The land on which Longstock House now stands came into the possession of the Third Duke of Portland by marriage during the early 18th century. Tradition has it that he gifted the Manor of Longstock to Richard Bird, of Snoddington, the keeper of an inn at Andover, to whom he owed a debt for lodgings. Bird settled the manor on his daughter Elizabeth who married Ralph Etwall. Their sons Ralph and William began a hunting lodge which had rooms added to it piecemeal until a full house was completed by 1839. This house was rebuilt by William Etwall during the early 1850s. The Etwalls suffered financial difficulty and the new mansion had to be sold. It was purchased in 1863 by Joseph Anderson. He added adjoining land before selling the estate to Joshua East in 1869. His sons, neither of whom married, inherited the property which then passed out of the East family’s possession in 1914.
Longstock was bought in 1914 by Mr DL Beddington who died before he had time to move in. The house was substantially modernised in 1915 with the installation of electricity and telephone. Mrs Beddington and her children lived there until her death in 1945 at which time it was bought by John Spedan Lewis.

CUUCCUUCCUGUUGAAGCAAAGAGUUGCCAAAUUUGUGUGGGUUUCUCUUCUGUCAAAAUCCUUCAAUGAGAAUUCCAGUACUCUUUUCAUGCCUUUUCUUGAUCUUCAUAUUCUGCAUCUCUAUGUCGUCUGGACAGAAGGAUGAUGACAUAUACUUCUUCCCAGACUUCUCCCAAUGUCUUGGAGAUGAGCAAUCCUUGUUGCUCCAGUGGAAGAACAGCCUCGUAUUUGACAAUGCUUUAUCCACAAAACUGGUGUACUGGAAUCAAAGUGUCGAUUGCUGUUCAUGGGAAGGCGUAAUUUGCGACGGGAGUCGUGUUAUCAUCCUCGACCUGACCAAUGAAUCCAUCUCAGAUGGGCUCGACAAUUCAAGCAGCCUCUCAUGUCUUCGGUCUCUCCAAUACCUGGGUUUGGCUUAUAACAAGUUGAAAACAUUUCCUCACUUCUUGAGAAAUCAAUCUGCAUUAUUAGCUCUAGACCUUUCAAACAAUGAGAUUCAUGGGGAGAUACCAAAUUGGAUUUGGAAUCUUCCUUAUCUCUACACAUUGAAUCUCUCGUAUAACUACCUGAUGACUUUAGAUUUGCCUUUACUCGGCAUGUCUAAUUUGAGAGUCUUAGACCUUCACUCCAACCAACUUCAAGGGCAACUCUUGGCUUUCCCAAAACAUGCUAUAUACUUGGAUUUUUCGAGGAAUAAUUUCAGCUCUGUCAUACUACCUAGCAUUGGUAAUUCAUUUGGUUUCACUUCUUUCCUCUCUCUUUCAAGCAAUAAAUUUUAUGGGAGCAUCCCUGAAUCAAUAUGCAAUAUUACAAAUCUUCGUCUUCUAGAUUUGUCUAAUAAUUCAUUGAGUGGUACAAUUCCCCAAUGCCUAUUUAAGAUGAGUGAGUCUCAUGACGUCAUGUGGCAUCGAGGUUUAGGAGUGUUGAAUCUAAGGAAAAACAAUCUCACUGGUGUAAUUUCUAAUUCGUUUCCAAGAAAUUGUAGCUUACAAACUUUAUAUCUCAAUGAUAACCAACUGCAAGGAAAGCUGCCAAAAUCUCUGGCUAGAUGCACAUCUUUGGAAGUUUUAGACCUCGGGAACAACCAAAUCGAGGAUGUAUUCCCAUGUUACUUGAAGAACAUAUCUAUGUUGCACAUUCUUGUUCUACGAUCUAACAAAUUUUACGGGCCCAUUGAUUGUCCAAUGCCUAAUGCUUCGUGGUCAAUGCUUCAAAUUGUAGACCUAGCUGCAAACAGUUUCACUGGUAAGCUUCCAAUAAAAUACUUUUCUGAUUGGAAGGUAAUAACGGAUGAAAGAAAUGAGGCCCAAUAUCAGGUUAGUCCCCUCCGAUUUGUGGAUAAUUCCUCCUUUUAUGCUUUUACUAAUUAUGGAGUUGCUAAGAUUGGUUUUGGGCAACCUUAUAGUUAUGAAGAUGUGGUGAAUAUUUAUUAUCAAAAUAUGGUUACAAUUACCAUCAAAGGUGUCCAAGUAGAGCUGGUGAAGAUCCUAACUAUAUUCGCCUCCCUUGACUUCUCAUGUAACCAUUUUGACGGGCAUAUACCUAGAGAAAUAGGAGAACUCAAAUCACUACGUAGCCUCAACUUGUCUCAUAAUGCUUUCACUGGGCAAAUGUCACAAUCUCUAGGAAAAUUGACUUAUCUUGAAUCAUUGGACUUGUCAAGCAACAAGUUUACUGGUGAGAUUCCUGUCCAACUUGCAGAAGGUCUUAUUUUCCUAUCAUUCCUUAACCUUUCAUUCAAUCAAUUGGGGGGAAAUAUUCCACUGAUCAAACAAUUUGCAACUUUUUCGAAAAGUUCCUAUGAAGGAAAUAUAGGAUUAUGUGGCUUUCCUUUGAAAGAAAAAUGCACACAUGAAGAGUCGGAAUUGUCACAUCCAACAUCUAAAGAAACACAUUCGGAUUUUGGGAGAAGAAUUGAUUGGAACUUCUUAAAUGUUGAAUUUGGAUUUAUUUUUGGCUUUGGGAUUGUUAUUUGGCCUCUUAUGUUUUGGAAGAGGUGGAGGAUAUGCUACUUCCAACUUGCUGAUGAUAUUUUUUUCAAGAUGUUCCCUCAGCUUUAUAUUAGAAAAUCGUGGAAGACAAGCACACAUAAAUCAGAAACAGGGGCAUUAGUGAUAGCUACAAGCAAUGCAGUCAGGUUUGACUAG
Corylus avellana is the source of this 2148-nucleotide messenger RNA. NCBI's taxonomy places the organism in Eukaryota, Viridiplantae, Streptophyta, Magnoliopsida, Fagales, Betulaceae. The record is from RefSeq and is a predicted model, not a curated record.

During the Second World War ten teenage girls and their teacher from the Municipal College in Portsmouth were billeted there. After they left John Spedan Lewis and his family moved in. Minor repairs and alterations were carried out to the house and Lewis remained in residence until 1961.
Realising that the house would be too large for him in retirement he moved to a more modest newly built house. Since 1961 Longstock house has been maintained for the use of the Partnership’s senior management and their guests at the discretion of the Chairman.